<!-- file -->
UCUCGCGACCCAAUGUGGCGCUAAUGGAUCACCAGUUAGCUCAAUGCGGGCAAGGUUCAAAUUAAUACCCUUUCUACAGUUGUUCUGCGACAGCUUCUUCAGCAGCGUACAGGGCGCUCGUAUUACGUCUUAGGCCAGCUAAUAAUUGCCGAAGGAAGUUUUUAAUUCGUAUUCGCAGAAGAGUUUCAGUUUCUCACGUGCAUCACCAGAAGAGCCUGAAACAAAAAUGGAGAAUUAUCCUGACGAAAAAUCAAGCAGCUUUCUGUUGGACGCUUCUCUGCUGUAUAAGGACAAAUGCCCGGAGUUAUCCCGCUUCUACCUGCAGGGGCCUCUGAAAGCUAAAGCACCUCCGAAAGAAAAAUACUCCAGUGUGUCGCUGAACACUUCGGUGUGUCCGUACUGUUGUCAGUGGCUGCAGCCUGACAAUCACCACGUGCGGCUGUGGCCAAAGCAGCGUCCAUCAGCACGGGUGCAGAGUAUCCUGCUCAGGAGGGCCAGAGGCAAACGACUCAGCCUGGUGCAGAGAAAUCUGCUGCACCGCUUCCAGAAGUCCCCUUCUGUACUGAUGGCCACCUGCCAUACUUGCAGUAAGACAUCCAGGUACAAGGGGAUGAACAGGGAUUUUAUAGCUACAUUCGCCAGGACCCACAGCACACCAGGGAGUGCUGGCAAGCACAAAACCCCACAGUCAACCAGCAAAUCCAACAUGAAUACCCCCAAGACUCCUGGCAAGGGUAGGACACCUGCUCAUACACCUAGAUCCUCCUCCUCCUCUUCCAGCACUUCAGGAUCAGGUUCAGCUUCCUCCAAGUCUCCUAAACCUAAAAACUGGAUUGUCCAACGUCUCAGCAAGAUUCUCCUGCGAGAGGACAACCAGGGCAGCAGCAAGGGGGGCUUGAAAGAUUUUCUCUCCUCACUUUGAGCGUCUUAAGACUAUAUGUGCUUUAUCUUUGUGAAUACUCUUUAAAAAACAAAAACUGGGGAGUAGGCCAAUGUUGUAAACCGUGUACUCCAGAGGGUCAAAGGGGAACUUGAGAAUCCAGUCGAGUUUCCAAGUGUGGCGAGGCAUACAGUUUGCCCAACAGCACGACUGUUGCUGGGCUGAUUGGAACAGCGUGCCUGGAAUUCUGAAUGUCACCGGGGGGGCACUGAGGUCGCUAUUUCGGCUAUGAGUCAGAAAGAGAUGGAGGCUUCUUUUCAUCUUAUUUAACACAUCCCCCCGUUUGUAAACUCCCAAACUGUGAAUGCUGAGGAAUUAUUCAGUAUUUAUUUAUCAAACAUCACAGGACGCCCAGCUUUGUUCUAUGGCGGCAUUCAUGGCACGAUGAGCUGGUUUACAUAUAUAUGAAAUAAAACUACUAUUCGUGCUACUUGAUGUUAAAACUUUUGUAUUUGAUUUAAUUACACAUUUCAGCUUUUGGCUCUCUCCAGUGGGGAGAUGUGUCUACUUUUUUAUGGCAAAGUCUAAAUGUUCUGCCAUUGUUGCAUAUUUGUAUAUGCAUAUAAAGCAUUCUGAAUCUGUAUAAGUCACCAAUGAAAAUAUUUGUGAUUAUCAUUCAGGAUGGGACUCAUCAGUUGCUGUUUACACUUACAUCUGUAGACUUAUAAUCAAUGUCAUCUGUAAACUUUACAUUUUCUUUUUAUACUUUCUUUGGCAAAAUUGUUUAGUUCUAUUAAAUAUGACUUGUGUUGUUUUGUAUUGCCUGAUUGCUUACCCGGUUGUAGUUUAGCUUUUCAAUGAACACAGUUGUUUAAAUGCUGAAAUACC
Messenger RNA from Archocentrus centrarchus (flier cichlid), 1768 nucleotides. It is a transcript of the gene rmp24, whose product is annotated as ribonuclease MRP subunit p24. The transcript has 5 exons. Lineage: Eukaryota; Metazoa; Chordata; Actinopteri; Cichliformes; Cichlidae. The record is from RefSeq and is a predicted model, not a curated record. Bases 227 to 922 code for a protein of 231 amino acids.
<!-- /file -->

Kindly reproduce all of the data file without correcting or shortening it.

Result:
UCUCGCGACCCAAUGUGGCGCUAAUGGAUCACCAGUUAGCUCAAUGCGGGCAAGGUUCAAAUUAAUACCCUUUCUACAGUUGUUCUGCGACAGCUUCUUCAGCAGCGUACAGGGCGCUCGUAUUACGUCUUAGGCCAGCUAAUAAUUGCCGAAGGAAGUUUUUAAUUCGUAUUCGCAGAAGAGUUUCAGUUUCUCACGUGCAUCACCAGAAGAGCCUGAAACAAAAAUGGAGAAUUAUCCUGACGAAAAAUCAAGCAGCUUUCUGUUGGACGCUUCUCUGCUGUAUAAGGACAAAUGCCCGGAGUUAUCCCGCUUCUACCUGCAGGGGCCUCUGAAAGCUAAAGCACCUCCGAAAGAAAAAUACUCCAGUGUGUCGCUGAACACUUCGGUGUGUCCGUACUGUUGUCAGUGGCUGCAGCCUGACAAUCACCACGUGCGGCUGUGGCCAAAGCAGCGUCCAUCAGCACGGGUGCAGAGUAUCCUGCUCAGGAGGGCCAGAGGCAAACGACUCAGCCUGGUGCAGAGAAAUCUGCUGCACCGCUUCCAGAAGUCCCCUUCUGUACUGAUGGCCACCUGCCAUACUUGCAGUAAGACAUCCAGGUACAAGGGGAUGAACAGGGAUUUUAUAGCUACAUUCGCCAGGACCCACAGCACACCAGGGAGUGCUGGCAAGCACAAAACCCCACAGUCAACCAGCAAAUCCAACAUGAAUACCCCCAAGACUCCUGGCAAGGGUAGGACACCUGCUCAUACACCUAGAUCCUCCUCCUCCUCUUCCAGCACUUCAGGAUCAGGUUCAGCUUCCUCCAAGUCUCCUAAACCUAAAAACUGGAUUGUCCAACGUCUCAGCAAGAUUCUCCUGCGAGAGGACAACCAGGGCAGCAGCAAGGGGGGCUUGAAAGAUUUUCUCUCCUCACUUUGAGCGUCUUAAGACUAUAUGUGCUUUAUCUUUGUGAAUACUCUUUAAAAAACAAAAACUGGGGAGUAGGCCAAUGUUGUAAACCGUGUACUCCAGAGGGUCAAAGGGGAACUUGAGAAUCCAGUCGAGUUUCCAAGUGUGGCGAGGCAUACAGUUUGCCCAACAGCACGACUGUUGCUGGGCUGAUUGGAACAGCGUGCCUGGAAUUCUGAAUGUCACCGGGGGGGCACUGAGGUCGCUAUUUCGGCUAUGAGUCAGAAAGAGAUGGAGGCUUCUUUUCAUCUUAUUUAACACAUCCCCCCGUUUGUAAACUCCCAAACUGUGAAUGCUGAGGAAUUAUUCAGUAUUUAUUUAUCAAACAUCACAGGACGCCCAGCUUUGUUCUAUGGCGGCAUUCAUGGCACGAUGAGCUGGUUUACAUAUAUAUGAAAUAAAACUACUAUUCGUGCUACUUGAUGUUAAAACUUUUGUAUUUGAUUUAAUUACACAUUUCAGCUUUUGGCUCUCUCCAGUGGGGAGAUGUGUCUACUUUUUUAUGGCAAAGUCUAAAUGUUCUGCCAUUGUUGCAUAUUUGUAUAUGCAUAUAAAGCAUUCUGAAUCUGUAUAAGUCACCAAUGAAAAUAUUUGUGAUUAUCAUUCAGGAUGGGACUCAUCAGUUGCUGUUUACACUUACAUCUGUAGACUUAUAAUCAAUGUCAUCUGUAAACUUUACAUUUUCUUUUUAUACUUUCUUUGGCAAAAUUGUUUAGUUCUAUUAAAUAUGACUUGUGUUGUUUUGUAUUGCCUGAUUGCUUACCCGGUUGUAGUUUAGCUUUUCAAUGAACACAGUUGUUUAAAUGCUGAAAUACC
Messenger RNA from Archocentrus centrarchus (flier cichlid), 1768 nucleotides. It is a transcript of the gene rmp24, whose product is annotated as ribonuclease MRP subunit p24. The transcript has 5 exons. Lineage: Eukaryota; Metazoa; Chordata; Actinopteri; Cichliformes; Cichlidae. The record is from RefSeq and is a predicted model, not a curated record. Bases 227 to 922 code for a protein of 231 amino acids.